Monday, 21 August, 2017

Stock markets slip as North Korea tensions build

A woman walks past an electronic stock board showing Japan's Nikkei 225 index at a securities firm in Tokyo on Aug. 9 2017 A woman walks past an electronic stock board showing Japan's Nikkei 225 index at a securities firm in Tokyo on Aug. 9 2017
Nellie Chapman | 12 August, 2017, 21:45

Stocks are lower at midday as investors weighed the growing tensions between the USA and North Korea.

The Nasdaq gave up 13.31 (-0.21 percent) to close at 6,370.46, while the S&P 500 finished at 2,474.92, down 5.99 (-0.24 percent) from its open.

North Korea said it was considering plans to fire missiles at Guam, a USA -held Pacific island, after President Trump's warning on Tuesday. It's also called the "fear index".

"What has changed this time is that the scary threats and war of words between the U.S. and North Korea have intensified to the point that markets can't ignore it", said Shane Oliver, head of investment strategy at AMP Capital in Sydney, as quoted by Reuters.

The decline was broad, with all the 11 major S&P indexes lower.

Falling crude prices made oil & gas stocks .SXEP a weight too, dropping 1 percent with Tullow Oil the biggest faller.

Bond prices were little changed.

In Europe, Britain's FTSE 100 was down 1.1 percent to 7,306, while France's CAC 40 fell 1.1 percent to 5,058. "This is not the first time the markets are playing the off-again, on-again scenario", said analyst Naeem Aslam at Think Markets, that's why the uncertainty in equities has eased down faster, especially if compared to yesterday's sell off.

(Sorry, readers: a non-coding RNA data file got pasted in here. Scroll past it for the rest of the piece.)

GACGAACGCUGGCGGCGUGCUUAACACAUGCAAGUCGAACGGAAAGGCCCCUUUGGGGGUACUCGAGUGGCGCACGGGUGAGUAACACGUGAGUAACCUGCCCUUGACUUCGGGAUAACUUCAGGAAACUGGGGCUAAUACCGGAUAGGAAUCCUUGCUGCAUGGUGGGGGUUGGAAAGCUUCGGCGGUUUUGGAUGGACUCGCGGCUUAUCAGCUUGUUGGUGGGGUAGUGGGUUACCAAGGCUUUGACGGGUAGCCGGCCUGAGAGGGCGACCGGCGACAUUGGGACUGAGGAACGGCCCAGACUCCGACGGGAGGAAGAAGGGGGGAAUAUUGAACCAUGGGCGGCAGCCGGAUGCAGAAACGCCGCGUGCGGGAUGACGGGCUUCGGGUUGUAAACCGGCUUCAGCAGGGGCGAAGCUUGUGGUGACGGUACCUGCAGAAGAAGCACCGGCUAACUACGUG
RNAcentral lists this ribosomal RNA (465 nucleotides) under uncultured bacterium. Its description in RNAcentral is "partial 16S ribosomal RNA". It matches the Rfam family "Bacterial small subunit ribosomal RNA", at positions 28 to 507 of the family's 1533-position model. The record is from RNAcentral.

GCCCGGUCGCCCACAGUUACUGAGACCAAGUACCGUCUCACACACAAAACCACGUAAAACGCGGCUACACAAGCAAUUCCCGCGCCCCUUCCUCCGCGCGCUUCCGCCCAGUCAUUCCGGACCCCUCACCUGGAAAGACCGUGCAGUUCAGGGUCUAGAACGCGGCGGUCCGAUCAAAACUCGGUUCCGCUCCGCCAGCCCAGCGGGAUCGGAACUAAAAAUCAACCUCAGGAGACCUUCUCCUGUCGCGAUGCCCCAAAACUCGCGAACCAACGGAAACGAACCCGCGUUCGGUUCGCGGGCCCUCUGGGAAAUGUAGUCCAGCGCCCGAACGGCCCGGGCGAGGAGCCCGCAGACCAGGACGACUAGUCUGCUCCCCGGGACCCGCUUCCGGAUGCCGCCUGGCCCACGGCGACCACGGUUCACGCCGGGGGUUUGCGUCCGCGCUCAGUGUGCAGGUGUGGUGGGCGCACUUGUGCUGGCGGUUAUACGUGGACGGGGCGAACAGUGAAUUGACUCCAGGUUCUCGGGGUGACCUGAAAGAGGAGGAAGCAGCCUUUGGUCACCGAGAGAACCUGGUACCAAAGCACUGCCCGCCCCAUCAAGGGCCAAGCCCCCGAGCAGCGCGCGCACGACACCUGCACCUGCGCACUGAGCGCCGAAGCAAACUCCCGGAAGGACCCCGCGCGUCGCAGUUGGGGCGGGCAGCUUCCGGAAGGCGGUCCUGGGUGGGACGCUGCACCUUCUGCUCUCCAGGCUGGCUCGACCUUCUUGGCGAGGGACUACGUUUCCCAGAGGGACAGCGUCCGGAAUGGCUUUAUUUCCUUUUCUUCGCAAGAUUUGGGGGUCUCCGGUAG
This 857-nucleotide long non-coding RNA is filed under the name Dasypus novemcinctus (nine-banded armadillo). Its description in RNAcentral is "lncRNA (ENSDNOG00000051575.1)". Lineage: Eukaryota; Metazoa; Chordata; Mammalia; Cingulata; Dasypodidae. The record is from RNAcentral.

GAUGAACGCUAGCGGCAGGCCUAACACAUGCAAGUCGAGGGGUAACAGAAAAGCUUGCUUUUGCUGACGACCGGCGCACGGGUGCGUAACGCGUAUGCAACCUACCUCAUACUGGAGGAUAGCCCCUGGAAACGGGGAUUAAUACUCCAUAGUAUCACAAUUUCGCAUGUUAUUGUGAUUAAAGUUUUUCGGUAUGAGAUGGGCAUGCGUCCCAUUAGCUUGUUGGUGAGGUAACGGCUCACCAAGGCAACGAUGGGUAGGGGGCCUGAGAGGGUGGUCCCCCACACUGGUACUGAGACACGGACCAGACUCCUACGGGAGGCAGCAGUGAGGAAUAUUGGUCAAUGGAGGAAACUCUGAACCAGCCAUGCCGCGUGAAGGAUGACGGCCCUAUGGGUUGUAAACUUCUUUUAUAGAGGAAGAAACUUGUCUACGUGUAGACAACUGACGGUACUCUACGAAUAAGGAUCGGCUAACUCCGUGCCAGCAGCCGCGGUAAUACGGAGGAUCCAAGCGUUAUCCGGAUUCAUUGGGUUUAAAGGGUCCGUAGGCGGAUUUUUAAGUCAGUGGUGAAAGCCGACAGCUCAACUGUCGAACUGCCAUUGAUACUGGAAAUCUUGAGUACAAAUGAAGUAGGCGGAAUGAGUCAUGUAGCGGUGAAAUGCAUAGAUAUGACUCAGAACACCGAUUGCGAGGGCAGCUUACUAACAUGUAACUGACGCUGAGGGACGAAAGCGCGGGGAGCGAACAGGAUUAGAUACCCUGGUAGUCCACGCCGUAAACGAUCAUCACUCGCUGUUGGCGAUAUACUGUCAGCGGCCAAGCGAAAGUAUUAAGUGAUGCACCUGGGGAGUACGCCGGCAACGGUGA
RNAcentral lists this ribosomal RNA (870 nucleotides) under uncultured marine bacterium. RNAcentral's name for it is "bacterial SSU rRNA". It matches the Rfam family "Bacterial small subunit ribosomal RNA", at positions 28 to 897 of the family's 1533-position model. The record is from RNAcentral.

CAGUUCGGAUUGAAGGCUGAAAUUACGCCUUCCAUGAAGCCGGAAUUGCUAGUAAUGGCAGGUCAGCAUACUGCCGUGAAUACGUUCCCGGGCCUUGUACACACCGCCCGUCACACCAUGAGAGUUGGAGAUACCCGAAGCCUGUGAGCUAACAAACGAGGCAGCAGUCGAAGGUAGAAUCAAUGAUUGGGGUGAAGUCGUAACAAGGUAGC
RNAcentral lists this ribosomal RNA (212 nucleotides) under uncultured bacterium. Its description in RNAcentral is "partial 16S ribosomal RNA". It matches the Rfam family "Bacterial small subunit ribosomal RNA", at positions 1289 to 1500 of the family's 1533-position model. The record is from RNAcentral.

And in a textbook-type cross-asset move toward safety in times of trouble, the Japanese yen hit an eight-week high against the USA dollar while spot gold also reached a two-month high.

The U.S. Treasury market rallied, with the benchmark 10-year yield shedding 3 bps to 2.21%.

"Trump's response was aggressive and that's why the (stock) market turned lower", said Ken Polcari, director of the NYSE floor division at O'Neil Securities.

LOOKING GOOD: Michael Kors climbed 21.9% to $45.40 after the luxury handbag and apparel designer and retailer posted quarterly results that beat analysts' forecasts as sales improved.

Japan's Topix index had the biggest slide in nearly three months, falling 1.3 per cent on trading volume 22 per cent higher than the 30-day average at the close.

The dollar index fell 0.32 percent, with the euro up 0.42 percent to $1.1819.

Nevsun Resources Ltd offset some of the material group's gains, plunging 16.4 percent to C$2.75 after the company reported disappointing quarterly results.

Elsewhere in commodities, the September crude contract advanced 20 cents to $49.76 per barrel and the September natural gas contract was up seven cents to $2.95 per mmBTU.

The Nasdaq Composite, meanwhile, was facing its worst week since the one ended December 2, which logged a loss of just over 2%.

Wilmar International slipped 6.4 per cent or 22 cents to $3.20; Hongkong Land lost 2.1 per cent or 16 U.S. cents to US$7.34. Crude briefly pared losses in late trading after USA inventories fell more than expected last week.